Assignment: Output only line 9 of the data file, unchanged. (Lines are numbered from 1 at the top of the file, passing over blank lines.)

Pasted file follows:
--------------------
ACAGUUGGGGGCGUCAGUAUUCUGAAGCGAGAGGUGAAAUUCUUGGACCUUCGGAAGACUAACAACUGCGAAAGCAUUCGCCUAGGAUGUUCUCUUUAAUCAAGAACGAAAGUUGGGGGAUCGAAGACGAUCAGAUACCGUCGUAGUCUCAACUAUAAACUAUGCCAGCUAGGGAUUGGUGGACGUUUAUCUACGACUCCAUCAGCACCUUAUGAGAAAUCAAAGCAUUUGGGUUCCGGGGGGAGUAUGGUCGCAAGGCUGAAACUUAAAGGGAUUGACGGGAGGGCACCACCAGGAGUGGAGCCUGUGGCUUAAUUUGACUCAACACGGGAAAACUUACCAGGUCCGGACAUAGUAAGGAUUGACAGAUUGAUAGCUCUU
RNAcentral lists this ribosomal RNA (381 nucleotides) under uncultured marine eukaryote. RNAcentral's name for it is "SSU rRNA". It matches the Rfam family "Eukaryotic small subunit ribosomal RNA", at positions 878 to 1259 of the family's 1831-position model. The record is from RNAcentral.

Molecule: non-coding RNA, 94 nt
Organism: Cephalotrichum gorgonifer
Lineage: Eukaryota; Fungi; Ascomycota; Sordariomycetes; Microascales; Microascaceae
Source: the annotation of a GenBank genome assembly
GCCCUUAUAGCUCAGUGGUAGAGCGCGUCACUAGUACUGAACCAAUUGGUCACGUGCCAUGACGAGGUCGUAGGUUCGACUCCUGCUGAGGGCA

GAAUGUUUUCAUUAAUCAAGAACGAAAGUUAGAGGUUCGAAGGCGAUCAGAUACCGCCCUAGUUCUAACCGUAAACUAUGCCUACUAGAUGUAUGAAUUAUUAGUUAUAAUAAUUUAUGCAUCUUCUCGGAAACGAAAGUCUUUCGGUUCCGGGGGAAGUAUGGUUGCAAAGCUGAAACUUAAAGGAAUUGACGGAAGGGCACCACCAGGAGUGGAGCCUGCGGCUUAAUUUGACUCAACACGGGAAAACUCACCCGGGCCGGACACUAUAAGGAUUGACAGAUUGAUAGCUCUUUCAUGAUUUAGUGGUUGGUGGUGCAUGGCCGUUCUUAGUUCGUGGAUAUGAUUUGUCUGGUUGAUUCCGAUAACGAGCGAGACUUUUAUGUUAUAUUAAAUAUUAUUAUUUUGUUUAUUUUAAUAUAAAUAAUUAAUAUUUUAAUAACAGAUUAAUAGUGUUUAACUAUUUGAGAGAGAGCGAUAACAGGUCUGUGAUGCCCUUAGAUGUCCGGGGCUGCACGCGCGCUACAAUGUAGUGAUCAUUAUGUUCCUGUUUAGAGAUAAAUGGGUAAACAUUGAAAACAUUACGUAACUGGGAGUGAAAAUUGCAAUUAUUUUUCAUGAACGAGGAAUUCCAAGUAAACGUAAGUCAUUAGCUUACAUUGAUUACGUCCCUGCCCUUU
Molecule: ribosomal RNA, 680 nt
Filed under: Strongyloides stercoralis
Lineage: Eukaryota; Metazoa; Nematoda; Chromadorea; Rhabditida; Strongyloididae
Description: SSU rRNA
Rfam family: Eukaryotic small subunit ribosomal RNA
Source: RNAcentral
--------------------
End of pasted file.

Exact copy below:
Molecule: ribosomal RNA, 680 nt